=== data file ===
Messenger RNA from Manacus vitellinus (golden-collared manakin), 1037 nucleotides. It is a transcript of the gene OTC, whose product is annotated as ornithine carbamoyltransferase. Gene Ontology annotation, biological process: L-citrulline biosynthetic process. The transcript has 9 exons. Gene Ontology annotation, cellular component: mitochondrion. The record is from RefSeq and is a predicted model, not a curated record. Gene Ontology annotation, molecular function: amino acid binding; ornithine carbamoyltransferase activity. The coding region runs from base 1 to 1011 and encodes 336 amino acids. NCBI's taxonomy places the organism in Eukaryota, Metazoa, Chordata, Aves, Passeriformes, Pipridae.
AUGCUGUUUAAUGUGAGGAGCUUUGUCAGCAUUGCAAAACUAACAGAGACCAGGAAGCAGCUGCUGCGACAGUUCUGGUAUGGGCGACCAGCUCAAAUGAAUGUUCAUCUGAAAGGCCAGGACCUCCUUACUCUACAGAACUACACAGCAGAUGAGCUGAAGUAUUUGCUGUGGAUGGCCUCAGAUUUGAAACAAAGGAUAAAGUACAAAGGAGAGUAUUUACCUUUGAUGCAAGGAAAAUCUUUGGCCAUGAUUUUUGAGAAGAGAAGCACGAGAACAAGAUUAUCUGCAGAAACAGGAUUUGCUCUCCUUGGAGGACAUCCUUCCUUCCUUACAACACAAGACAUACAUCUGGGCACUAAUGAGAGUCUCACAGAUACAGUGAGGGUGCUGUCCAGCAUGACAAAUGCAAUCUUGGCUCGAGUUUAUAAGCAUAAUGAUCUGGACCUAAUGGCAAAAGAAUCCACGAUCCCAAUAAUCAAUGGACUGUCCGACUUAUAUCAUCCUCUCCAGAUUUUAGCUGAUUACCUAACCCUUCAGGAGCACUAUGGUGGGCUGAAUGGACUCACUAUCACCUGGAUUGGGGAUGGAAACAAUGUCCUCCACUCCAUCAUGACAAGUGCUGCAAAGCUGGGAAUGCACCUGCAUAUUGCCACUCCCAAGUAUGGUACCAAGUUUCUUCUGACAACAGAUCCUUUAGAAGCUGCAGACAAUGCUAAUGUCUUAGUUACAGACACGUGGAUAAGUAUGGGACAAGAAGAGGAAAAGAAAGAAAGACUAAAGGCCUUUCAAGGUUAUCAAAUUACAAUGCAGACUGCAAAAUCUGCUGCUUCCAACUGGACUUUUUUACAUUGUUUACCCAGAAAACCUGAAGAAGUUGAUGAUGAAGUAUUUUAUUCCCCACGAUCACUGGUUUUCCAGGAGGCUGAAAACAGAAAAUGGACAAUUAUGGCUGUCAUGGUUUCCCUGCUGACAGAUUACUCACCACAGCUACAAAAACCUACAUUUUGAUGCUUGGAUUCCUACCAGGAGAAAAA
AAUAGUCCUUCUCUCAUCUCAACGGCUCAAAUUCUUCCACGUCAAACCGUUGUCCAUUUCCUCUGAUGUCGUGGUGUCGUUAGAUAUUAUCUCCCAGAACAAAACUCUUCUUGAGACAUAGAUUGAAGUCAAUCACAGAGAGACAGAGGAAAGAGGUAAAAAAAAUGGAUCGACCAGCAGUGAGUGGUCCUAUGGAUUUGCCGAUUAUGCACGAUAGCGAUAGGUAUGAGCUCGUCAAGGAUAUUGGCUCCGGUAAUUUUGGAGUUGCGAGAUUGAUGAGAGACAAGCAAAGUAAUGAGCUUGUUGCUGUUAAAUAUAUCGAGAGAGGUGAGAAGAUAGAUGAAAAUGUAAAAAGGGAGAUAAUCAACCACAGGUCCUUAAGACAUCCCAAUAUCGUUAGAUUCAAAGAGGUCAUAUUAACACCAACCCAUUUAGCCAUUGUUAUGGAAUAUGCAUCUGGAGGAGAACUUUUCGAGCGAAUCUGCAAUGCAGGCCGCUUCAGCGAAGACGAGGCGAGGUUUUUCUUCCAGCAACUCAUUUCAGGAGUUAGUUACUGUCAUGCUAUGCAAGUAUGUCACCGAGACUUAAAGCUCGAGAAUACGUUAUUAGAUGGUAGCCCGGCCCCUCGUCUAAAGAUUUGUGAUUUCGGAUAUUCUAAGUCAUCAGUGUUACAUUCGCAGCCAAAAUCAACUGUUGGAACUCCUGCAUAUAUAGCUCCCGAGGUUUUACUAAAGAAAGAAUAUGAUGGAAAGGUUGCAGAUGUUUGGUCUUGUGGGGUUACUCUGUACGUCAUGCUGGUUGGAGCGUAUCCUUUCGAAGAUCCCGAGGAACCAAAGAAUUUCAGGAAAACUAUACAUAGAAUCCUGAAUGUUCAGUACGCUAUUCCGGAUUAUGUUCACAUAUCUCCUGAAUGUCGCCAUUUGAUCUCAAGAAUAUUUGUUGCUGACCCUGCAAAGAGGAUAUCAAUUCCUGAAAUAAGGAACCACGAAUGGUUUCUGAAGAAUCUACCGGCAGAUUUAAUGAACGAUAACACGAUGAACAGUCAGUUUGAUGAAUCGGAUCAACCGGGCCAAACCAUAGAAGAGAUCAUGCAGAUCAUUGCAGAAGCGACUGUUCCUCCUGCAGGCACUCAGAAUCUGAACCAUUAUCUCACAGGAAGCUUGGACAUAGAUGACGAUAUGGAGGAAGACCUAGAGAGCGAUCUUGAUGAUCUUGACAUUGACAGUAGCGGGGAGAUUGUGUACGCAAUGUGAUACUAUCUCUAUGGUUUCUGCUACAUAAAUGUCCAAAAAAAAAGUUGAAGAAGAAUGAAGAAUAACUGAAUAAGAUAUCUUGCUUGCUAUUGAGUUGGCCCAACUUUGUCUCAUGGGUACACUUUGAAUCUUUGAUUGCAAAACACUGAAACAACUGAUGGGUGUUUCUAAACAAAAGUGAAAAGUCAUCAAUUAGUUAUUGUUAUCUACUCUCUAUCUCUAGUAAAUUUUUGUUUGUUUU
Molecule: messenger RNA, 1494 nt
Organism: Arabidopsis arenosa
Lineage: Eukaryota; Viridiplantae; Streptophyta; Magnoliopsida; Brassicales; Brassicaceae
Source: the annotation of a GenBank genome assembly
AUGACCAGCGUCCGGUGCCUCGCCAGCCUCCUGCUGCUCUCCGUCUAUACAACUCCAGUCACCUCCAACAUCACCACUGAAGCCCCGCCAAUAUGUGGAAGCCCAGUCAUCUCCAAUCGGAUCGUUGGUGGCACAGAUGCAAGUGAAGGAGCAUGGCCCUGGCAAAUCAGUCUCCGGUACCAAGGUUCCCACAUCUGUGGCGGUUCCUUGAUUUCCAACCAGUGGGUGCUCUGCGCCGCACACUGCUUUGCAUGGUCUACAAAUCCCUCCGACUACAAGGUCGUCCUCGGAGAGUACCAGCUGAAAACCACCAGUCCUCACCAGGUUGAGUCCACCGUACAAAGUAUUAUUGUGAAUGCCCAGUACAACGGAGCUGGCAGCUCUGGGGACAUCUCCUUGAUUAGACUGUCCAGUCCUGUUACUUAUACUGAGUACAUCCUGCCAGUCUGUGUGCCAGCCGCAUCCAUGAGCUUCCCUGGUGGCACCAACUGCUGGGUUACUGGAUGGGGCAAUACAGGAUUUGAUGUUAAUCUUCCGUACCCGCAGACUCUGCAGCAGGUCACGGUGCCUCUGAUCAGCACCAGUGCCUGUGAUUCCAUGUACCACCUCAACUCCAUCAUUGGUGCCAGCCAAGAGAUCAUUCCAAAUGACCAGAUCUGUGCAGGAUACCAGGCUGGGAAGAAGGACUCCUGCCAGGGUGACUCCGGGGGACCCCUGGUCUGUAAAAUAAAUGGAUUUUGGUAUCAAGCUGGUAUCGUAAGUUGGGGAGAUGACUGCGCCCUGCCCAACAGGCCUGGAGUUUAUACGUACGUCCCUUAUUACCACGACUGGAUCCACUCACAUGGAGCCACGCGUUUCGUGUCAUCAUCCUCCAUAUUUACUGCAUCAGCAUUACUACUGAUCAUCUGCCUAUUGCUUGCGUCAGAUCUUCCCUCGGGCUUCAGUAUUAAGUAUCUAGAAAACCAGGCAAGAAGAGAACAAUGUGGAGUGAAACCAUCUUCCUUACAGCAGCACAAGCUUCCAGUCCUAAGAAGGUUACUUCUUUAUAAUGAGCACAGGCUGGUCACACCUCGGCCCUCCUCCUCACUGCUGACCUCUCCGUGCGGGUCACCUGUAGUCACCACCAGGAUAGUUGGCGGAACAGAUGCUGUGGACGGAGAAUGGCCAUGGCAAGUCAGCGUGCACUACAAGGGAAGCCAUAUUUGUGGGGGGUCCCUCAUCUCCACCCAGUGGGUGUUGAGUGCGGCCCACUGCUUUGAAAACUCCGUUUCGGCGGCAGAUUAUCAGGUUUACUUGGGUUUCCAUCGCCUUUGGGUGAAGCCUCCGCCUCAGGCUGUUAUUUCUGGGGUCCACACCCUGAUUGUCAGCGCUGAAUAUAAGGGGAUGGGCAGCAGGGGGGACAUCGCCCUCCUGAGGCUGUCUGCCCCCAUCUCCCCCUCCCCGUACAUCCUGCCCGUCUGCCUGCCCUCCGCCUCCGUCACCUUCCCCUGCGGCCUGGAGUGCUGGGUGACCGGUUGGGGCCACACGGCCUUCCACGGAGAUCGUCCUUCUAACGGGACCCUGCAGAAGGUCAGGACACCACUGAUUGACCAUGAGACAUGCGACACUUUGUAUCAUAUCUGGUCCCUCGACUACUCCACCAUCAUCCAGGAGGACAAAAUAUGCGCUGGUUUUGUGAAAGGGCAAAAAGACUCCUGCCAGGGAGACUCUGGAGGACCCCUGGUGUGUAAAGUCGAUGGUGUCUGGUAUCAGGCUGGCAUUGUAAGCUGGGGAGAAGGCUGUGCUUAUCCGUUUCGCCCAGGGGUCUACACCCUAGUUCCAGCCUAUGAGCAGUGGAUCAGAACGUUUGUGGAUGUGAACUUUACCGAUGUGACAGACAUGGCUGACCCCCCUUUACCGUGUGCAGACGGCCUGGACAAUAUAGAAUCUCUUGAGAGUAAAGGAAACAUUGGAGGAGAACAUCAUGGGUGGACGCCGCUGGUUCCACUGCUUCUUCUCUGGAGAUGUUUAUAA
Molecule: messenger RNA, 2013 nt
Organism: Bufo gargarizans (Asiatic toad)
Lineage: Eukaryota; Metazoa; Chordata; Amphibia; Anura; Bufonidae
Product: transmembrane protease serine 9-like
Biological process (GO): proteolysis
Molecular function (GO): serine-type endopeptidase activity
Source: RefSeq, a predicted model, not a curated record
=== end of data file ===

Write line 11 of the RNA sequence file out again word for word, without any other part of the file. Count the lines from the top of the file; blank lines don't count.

Lineage: Eukaryota; Metazoa; Chordata; Amphibia; Anura; Bufonidae